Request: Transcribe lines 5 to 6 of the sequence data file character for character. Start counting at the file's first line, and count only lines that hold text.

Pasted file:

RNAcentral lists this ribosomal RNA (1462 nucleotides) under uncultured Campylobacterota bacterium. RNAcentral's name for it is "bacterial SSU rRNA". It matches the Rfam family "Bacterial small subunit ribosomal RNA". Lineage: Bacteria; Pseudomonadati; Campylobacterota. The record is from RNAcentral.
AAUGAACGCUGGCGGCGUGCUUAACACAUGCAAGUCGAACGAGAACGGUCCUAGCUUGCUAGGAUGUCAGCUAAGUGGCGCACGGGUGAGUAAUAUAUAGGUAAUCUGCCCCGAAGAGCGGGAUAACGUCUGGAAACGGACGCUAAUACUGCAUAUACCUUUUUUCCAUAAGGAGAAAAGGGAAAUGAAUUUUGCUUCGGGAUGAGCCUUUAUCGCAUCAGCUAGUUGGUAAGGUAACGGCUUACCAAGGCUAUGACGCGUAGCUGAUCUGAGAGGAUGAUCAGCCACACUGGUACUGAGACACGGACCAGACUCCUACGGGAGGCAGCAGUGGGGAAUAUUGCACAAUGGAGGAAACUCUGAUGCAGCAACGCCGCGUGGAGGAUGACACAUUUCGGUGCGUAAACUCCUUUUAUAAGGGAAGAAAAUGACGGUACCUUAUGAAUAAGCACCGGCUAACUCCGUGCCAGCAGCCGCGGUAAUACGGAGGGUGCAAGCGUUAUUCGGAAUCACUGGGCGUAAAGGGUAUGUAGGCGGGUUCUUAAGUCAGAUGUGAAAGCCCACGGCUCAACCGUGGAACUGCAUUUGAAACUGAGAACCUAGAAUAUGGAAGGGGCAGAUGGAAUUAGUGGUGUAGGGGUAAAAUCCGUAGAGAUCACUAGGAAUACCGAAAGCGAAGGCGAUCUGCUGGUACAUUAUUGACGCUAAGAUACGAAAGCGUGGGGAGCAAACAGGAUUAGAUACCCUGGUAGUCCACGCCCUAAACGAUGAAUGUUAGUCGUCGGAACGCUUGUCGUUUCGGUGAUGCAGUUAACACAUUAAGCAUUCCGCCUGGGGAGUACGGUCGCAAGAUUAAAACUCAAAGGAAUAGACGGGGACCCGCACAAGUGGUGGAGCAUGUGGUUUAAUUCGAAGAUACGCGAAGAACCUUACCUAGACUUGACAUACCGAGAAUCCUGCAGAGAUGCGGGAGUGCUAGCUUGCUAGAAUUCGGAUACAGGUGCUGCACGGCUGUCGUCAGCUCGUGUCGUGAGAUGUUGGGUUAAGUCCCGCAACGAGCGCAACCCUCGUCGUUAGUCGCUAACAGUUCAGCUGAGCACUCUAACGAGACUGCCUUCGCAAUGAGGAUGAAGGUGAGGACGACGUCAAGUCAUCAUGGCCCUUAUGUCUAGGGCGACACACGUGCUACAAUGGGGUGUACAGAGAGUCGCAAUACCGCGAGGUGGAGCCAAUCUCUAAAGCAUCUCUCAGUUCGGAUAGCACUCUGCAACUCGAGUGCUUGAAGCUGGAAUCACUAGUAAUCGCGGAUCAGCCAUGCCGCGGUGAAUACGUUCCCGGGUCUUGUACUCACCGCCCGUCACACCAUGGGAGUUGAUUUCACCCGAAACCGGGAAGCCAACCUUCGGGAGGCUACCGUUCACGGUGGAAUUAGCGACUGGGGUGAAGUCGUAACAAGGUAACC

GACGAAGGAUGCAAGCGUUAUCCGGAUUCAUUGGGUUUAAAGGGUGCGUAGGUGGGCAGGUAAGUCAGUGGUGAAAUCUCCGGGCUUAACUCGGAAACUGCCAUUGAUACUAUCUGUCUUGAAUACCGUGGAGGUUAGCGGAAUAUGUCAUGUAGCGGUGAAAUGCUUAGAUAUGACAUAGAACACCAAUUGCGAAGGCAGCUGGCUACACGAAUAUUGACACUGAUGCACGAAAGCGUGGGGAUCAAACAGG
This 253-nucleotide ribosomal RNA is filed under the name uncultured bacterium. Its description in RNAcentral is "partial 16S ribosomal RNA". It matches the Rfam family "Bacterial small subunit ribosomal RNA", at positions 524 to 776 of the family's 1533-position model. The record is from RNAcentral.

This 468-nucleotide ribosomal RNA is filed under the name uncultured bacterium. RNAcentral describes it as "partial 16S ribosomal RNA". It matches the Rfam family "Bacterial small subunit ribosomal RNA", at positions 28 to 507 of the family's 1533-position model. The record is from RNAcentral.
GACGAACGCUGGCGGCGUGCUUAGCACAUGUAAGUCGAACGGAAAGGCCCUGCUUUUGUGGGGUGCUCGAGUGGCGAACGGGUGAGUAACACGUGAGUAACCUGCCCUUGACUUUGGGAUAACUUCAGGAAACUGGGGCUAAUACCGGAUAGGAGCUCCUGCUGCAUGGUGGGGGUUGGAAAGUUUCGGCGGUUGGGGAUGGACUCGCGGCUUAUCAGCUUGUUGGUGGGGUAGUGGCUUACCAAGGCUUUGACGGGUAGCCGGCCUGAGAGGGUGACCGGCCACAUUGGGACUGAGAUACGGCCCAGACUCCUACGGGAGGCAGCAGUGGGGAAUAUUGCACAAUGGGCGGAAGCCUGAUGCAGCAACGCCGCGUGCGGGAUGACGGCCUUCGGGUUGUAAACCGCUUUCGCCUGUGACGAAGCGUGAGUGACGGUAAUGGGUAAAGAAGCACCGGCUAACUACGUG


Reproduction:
This 468-nucleotide ribosomal RNA is filed under the name uncultured bacterium. RNAcentral describes it as "partial 16S ribosomal RNA". It matches the Rfam family "Bacterial small subunit ribosomal RNA", at positions 28 to 507 of the family's 1533-position model. The record is from RNAcentral.
GACGAACGCUGGCGGCGUGCUUAGCACAUGUAAGUCGAACGGAAAGGCCCUGCUUUUGUGGGGUGCUCGAGUGGCGAACGGGUGAGUAACACGUGAGUAACCUGCCCUUGACUUUGGGAUAACUUCAGGAAACUGGGGCUAAUACCGGAUAGGAGCUCCUGCUGCAUGGUGGGGGUUGGAAAGUUUCGGCGGUUGGGGAUGGACUCGCGGCUUAUCAGCUUGUUGGUGGGGUAGUGGCUUACCAAGGCUUUGACGGGUAGCCGGCCUGAGAGGGUGACCGGCCACAUUGGGACUGAGAUACGGCCCAGACUCCUACGGGAGGCAGCAGUGGGGAAUAUUGCACAAUGGGCGGAAGCCUGAUGCAGCAACGCCGCGUGCGGGAUGACGGCCUUCGGGUUGUAAACCGCUUUCGCCUGUGACGAAGCGUGAGUGACGGUAAUGGGUAAAGAAGCACCGGCUAACUACGUG